Fundamental Issues and Canonical Flows

An Inflow Method for Axisymmetric Turbulent Boundary Layers Along Very Long Slender Cylinders

[+] Author and Article Information
Stephen A. Jordan

 Naval Undersea Warfare Center, Newport, RI 02841stephen.jordan@navy.mil

J. Fluids Eng 134(5), 051202 (May 07, 2012) (11 pages) doi:10.1115/1.4006512 History: Received November 02, 2011; Revised March 22, 2012; Published May 03, 2012; Online May 07, 2012

Generating acceptable inflow conditions for the turbulent boundary layer (TBL) growth along long thin cylinders is a challenging task. Previous production methods such as rescale/recycling, artificial turbulence, and antecedent databases are difficult to implement because the downstream physics do not conform to consistent scaling laws. An alternate inflow approach that involves only recycling the fluctuating elements coupled with a dynamic form of Spalding’s relationship for assigning the mean quantities shows promise for spatially resolving the axisymmetric turbulence along the thin cylinder. Applying this inflow technique for resolving the turbulent scales along a flat plate at a tested momentum-based Reynolds number of Reθ  = 670 showed excellent agreement with the experimental data as well as the analytical results from the momentum-integral method. A minor adjustment length of approximately two inflow TBL thicknesses was necessary to attain consistent streamwise growth of the boundary layer as well as a simultaneous reduction of the skin friction. Unlike the flat plate, implementing the inflow technique for the thin cylinder required a feedback mechanism during the early transition phase to capture the downstream realistic turbulence. This initial process invoked downstream evaluation of the three parameters that comprise Spalding’s relationship that were periodically fed upstream to the inflow boundary. The validation test case (Reθ  = 620) showed excellent agreement with the experimental measurements in terms of the radial profiles (in cylinder wall units) of the streamwise mean and the normal Reynolds stress. Both the adjustment and turbulence de-correlation axial lengths were under two boundary layer thicknesses from the inlet boundary. Given a useful inflow technique for the thin cylinder permits much needed numerical investigations to complement the present scarcity in the experimental evidence and address numerous unknown characteristics of the TBL spatial growth.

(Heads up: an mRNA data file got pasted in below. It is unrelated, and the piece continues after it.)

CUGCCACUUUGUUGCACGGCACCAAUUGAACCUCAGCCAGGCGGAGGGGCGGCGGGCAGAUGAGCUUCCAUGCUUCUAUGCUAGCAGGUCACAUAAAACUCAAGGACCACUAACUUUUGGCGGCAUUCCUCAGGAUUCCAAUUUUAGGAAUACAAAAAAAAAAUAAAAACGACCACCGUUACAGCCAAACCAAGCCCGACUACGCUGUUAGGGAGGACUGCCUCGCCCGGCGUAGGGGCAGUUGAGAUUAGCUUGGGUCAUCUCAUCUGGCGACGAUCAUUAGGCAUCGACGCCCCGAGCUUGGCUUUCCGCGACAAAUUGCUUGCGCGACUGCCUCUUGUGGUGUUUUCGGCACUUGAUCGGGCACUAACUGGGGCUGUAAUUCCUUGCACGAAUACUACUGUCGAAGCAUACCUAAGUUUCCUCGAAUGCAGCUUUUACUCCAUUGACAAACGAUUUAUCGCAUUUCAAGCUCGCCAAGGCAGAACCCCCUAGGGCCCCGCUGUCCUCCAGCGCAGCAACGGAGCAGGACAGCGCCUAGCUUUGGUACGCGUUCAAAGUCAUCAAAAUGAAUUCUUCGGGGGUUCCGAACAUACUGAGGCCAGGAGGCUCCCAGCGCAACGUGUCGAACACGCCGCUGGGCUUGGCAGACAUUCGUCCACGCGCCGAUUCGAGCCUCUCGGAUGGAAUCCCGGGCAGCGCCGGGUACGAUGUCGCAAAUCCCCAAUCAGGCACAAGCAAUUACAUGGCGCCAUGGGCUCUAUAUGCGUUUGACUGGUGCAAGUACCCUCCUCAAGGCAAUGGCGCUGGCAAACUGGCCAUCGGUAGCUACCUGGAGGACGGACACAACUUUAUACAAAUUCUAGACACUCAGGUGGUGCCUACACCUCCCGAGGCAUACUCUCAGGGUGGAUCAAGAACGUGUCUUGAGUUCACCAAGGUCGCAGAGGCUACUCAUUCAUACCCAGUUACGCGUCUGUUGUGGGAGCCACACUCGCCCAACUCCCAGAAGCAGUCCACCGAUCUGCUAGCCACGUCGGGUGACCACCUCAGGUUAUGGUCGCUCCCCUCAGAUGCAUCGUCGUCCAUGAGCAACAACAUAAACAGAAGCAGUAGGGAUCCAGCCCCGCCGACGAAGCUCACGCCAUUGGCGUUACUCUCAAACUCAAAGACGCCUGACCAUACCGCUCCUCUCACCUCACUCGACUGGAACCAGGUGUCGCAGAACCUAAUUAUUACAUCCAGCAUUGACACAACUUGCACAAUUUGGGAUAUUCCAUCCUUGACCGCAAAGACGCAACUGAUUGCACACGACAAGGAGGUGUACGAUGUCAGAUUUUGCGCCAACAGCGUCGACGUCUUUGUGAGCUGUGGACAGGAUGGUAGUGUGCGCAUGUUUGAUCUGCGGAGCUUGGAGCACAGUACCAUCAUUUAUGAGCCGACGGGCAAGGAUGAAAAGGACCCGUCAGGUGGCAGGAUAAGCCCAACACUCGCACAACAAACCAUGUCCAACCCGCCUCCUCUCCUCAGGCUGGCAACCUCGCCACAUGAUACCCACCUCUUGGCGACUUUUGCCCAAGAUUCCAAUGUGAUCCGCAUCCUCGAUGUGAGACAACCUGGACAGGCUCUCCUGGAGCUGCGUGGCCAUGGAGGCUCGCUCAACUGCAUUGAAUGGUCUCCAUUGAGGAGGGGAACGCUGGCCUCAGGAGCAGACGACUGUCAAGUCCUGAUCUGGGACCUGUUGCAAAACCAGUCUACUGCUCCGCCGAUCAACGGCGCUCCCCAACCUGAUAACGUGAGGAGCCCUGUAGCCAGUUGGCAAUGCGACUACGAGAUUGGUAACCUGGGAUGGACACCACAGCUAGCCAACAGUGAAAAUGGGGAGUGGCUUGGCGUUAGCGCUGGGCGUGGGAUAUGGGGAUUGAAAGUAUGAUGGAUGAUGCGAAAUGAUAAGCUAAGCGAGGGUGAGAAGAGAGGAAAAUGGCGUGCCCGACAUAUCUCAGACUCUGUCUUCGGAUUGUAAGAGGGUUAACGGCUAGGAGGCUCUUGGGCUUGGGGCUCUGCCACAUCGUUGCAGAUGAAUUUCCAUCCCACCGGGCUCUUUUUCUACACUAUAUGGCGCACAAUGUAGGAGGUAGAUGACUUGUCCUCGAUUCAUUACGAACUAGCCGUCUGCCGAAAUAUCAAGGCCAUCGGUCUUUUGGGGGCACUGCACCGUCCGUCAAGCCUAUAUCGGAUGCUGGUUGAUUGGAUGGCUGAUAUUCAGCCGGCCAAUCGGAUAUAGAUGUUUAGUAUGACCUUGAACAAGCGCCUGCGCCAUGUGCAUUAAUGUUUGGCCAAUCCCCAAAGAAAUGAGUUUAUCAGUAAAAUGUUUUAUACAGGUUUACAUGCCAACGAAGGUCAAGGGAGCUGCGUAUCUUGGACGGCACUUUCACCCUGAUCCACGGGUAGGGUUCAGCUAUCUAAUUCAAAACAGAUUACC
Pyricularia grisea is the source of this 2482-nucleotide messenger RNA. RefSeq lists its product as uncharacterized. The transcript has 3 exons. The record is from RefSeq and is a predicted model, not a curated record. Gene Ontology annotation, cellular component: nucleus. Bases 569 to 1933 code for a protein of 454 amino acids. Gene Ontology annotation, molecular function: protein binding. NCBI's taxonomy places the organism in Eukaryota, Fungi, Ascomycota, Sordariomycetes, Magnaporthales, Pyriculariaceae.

Copyright © 2012 by American Society of Mechanical Engineers
Your Session has timed out. Please sign back in to continue.



Grahic Jump Location
Figure 1

Inflow production technique for turbulent boundary layer growth along the slender cylinder

Grahic Jump Location
Figure 2

Temporal (transient phase) and final spatial evaluation of the dynamic parameters in Spalding’s modified formula for the flat plate test case; no wake α ≡ 0. (a) temporal, (b) spatial.

Grahic Jump Location
Figure 3

Predicted spatial growth and friction coefficient reduction for the flat plate test case: (a) TBL growth, (b) friction coefficient

Grahic Jump Location
Figure 4

Predicted streamwise mean velocity profiles (in wall units) and associated scaled normal Reynolds stress for the flat plate test case: (a) streamwise mean, (b) normal Reynolds stress

Grahic Jump Location
Figure 5

Energy spectra and uncertainty estimates of LES test case Rea = 586, δi /a = 16 and Reθ = 933; (a) averages along azimuthal direction at Y+ ≈ 50 and (b) error estimates using cell Jacobians (in wall units) at adjacent cell to cylinder periphery (J+ 1 ) and interior cell at Y+ ≈ 50 (J+ 50 ). (a) Streamwise energy spectra, (b) numerical uncertainty.

Grahic Jump Location
Figure 6

Initial inlet boundary profile and downstream radial profiles of streamwise mean velocity (in thin cylinder wall units) for test case Rea = 586 and δi /a = 12. (a) Streamwise inflow, (b) downstream profiles.

Grahic Jump Location
Figure 7

Spatial distribution of inflow parameters with L2 error norm and streamwise mean velocity profiles using wake function for inflow conditions; test case Rea = 586 and δi /a = 12. (a) Inflow parameters, (b) Streamwise mean velocity.

Grahic Jump Location
Figure 8

Superposition of the boundary layer growth of an auxiliary test case (δi /a = 14.3, δf /a = 16.0) onto an extension of the first test case (δi /a = 12.0, δf /a = 15.8)

Grahic Jump Location
Figure 9

Spatial distribution of inflow parameters (second test case) and streamwise mean velocity profiles for test cases δi /a = 12, 16 (Rea = 586). (a) Inflow parameters, (b) streamwise mean velocity.

Grahic Jump Location
Figure 10

Spatial distribution of inflow parameters and streamwise two-point correlations of the axial fluctuations; validation test case Rea = 620, δi /a = 27. (a) Inflow parameters, (b) two-point correlations.

Grahic Jump Location
Figure 11

Streamwise mean velocity and normal Reynolds stress (u′)2 profiles with comparison to the experimental data for test case Rea  = 620. (a) Streamwise mean velocity, (b) Reynolds stress.

Grahic Jump Location
Figure 12

Comparisons of defect velocity (in wall units) between the LES results (test case Rea  = 620) and the experimental data at equivalent transverse ratios (δ/a = 27)

Grahic Jump Location
Figure 13

Turbulent boundary growth of three test cases in comparison to the flat plate, periodic boundary conditions, and relevant experimental data




Some tools below are only available to our subscribers or users with an online account.

Related Content

Customize your page view by dragging and repositioning the boxes below.

Related Journal Articles
Related eBook Content
Topic Collections

Sorry! You do not have access to this content. For assistance or to subscribe, please contact us:

  • TELEPHONE: 1-800-843-2763 (Toll-free in the USA)
  • EMAIL: asmedigitalcollection@asme.org
Sign In